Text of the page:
Here’s a big block of procumbens with wire.

I will let the Itoigawa speak for itself. Ed says he has just reached the point where he has enough material to keep the wire going on the trees and adding movement. wire on the pines is easy peasy, Ed says the junipers are more tricky because they break so easy.














By far Ed has mostly pines that have received the wire. He has house after house full of pines. I would easily estimate there well over a thousand or more trees here.





In this next photo one can see the small trees on the right that do not have many needles. These are banshosho dwarf pines that have been grafted onto mikawa understock.

Lets just look at some of these trunks. I was mesmerized and my arms were shaking like a dog shitting peach pits. Blurry yes, but still worth it.


















Here are a couple of shots of young pines with the wire embedded at the beginning of the process. It seems that there are not that many twists and turns, but as it grows and swells it must find new paths to grow which adds all the character.


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Larger pines in baskets. These have been taken from round containers and placed in pond baskets. Here they will bulk up and gain girth for larger shohin type pines.


My hand for comparison. These trunks are fully 1 1/2+ inches across and about 6 inches tall.



Pines in long cups for stones. The roots on these are growing length in an effort to merge them to stones in the future.


Large pines growing out. These pines are in baskets and then buried in these 25 gallon large nursery containers. This provides a controlled setting but gets as much growth as being in the ground.



My hope is that I can convince Ed for me to style this tree.


Maple Trunk Chopping   10 comments

Probably the most utilized technique in bonsai is the trunk chop. It is no secret that chopping down a larger tree into a smaller tree will allow for a larger trunk quicker while allowing for the formation of taper into the regrown trunk extension. Sounds easy enough, but a good chop will be unnoticed in future years while a poor chop will be seen straight away. It is an easy thing to do so it is a technique that allows for practise to make one better.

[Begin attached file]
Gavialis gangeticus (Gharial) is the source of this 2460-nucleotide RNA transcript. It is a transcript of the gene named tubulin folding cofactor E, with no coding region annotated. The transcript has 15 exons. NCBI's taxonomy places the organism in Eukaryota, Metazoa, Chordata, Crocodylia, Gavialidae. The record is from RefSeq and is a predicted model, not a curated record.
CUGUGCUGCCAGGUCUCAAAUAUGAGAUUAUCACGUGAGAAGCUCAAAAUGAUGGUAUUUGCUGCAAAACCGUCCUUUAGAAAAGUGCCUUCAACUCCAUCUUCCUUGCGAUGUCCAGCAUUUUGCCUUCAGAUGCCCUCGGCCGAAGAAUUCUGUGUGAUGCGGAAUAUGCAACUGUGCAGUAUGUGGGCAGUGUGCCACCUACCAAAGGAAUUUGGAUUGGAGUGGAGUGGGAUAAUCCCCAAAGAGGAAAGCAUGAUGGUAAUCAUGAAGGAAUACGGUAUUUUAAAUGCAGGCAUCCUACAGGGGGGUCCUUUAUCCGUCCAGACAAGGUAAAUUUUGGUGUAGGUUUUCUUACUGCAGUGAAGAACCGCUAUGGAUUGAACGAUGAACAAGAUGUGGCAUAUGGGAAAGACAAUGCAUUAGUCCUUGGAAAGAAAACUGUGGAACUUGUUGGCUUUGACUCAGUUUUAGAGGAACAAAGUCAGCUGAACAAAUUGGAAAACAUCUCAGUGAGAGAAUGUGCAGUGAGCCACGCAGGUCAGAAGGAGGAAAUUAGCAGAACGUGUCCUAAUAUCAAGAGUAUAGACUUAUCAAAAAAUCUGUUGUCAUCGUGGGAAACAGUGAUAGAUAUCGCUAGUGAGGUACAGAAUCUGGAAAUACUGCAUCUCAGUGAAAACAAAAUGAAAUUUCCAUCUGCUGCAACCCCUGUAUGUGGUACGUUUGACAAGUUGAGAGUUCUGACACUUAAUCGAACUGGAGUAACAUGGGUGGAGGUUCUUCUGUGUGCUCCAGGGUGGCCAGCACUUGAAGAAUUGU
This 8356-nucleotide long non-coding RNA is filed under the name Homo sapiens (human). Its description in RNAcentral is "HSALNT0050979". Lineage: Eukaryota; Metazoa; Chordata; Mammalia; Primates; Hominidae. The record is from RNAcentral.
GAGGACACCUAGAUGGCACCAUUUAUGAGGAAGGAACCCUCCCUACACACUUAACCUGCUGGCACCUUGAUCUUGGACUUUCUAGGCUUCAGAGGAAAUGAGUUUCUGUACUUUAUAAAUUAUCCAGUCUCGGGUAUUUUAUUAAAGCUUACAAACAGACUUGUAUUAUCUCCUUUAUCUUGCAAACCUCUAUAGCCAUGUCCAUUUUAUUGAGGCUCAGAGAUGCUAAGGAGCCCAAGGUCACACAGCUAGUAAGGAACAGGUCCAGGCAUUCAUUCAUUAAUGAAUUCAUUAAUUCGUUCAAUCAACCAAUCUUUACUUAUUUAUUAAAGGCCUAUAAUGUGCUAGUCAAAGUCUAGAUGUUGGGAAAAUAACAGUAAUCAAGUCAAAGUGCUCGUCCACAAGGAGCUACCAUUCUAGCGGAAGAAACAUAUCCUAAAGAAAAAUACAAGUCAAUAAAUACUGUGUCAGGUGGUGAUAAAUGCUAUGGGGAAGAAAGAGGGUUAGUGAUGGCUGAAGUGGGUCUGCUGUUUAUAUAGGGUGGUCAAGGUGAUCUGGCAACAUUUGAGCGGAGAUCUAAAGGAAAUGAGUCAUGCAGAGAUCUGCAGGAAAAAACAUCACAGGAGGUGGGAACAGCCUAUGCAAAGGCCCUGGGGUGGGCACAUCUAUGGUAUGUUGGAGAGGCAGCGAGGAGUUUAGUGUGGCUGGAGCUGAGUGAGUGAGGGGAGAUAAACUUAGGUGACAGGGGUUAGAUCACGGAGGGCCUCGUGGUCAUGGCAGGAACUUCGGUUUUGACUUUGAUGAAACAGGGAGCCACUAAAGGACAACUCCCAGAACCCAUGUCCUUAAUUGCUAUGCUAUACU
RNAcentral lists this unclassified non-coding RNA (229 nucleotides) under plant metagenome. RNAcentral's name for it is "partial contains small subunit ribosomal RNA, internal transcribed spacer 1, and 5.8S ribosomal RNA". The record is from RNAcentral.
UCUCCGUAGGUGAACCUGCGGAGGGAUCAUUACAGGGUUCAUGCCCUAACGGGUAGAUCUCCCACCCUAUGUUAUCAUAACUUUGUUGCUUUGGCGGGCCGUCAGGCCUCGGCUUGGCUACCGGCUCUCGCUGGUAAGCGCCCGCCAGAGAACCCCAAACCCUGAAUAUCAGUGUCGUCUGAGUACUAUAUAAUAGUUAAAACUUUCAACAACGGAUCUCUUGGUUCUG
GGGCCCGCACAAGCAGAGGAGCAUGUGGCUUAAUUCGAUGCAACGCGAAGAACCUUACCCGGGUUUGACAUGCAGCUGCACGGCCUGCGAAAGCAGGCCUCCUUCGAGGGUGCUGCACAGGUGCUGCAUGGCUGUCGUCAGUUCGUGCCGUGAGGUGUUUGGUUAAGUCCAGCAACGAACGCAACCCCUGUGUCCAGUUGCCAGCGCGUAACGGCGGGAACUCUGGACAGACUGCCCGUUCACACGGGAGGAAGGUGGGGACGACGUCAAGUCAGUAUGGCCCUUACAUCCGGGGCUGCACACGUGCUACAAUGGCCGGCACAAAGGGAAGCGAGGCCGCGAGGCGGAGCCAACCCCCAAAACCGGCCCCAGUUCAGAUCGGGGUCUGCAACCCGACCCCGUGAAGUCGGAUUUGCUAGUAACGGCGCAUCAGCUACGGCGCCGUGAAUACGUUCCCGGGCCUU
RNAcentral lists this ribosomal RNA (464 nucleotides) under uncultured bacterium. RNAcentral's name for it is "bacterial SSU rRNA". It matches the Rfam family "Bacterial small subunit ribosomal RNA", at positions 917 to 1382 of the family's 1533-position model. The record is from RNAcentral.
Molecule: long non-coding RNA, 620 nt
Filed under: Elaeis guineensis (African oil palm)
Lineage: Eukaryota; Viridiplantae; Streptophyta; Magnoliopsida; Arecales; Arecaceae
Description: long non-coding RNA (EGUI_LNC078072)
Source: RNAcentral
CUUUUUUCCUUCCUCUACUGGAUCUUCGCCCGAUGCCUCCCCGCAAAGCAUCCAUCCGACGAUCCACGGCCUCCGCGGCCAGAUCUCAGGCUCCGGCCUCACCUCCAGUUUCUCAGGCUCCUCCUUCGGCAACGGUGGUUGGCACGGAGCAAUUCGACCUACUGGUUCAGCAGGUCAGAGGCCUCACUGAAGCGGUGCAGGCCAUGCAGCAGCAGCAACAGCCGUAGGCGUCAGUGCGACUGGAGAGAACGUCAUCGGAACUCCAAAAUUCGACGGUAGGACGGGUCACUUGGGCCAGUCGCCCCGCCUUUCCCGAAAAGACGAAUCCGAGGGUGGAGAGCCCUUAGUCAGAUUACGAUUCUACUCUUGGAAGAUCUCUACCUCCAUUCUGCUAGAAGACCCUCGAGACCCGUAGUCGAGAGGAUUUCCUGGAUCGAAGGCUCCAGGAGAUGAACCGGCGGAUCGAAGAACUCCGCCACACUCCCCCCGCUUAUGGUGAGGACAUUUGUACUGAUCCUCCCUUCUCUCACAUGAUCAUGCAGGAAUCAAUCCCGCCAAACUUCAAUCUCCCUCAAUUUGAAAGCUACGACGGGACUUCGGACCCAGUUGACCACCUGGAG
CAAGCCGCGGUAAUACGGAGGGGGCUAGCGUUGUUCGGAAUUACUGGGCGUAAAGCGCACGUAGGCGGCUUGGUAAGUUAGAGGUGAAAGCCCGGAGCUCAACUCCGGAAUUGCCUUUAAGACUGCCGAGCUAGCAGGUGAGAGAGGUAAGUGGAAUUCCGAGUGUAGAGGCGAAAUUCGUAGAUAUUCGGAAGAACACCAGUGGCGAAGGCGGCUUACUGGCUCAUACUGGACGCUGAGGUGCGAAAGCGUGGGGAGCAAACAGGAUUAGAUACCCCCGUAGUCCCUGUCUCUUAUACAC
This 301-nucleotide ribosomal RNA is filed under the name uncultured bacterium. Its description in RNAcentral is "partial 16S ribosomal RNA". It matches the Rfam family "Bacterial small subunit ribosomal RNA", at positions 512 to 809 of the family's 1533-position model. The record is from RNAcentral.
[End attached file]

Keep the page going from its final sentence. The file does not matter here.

This article will focus on the acer species, but can be utilized for many hardwood deciduous species also. Maple trees respond well to the chop with tridents being the best for the job. Their ability to bounce back quick, stretch and allow bark to flow, and cane extension to build fast makes them the best to get ones feet wet with. It is not uncommon to take a pencil size whip to 1.5 inches in a year or two.

I have many high-end bonsai books, many on classical shohin and Kokufu books. While looking thru the pictures of these trees the predominate shape seems to be a classical pine tree styled maple tree. What is a pine tree styled maple?


All drawings by the author

This shape is the classical Japanese Moyogi style more often refered too as informal upright. The large fat trunk sweeps up back and forth to a point while the branches collect at the outsides of the trunk bends. Large basel flare adds power and the tree is very compact and stout. A very masculine tree. Here are some images of the Classical Moyogi.


Photo by Bonsai Tonight


Photo by Bonsai Tonight


Photo by Bonsai Tonight

The defining factor in this shape is that all the branches tend to be horizontal which is counter to the way maples actually grow. Maple branches tend to grow upright and reach for the sky, more like the apex in the last tree. Many times the outline of the canopy will be pointed, like a young pine tree. The first two examples show this. The third tree has a more rounded canopy which helps soften the image and makes the tree seem more mature.

The other style is more aften asscociated with how a maple tree actually grows. It too is an informal upright but much less classical and can be of very abstract design. It may be a more slant style or classical in trunk shape but will have more upright growing branches, more akin to how maples grow. The most often seen maple image done in this style is the clump form. This form incorporates many trunks from a central point at the base.


In this image we see a curving trunk with great taper, but the branches are not horizontal, they grow much more upright than those trees above. How might some trees look when styled like this in the bonsai pot?


Photo by Bonsai Tonight


Photo by Bonsai Tonight


Photo by Bonsai Tonight


Photo by Bonsai Tonight


Photo by Peter Tea

The clump form is more predominate in the pictures, but the canopy can be seen as free and growing upright as it would in nature. The fourth picture shows a broom style maple which is also an often asscociated form for this tree.

So how might a tree be chopped to accomodate either of these forms? For the Moyogi style the chop is very easily done and makes a nice tree fairly fast. The reason for this is that the tree we’re starting with is much larger than for the other form. 4 to 8 years old material can be used with older material making a much larger tree. The stock is grown for a few years at an angle. This is important, because the tree will exit the soil at an angle, and the root base needs to get oriented to look stable as the years go by.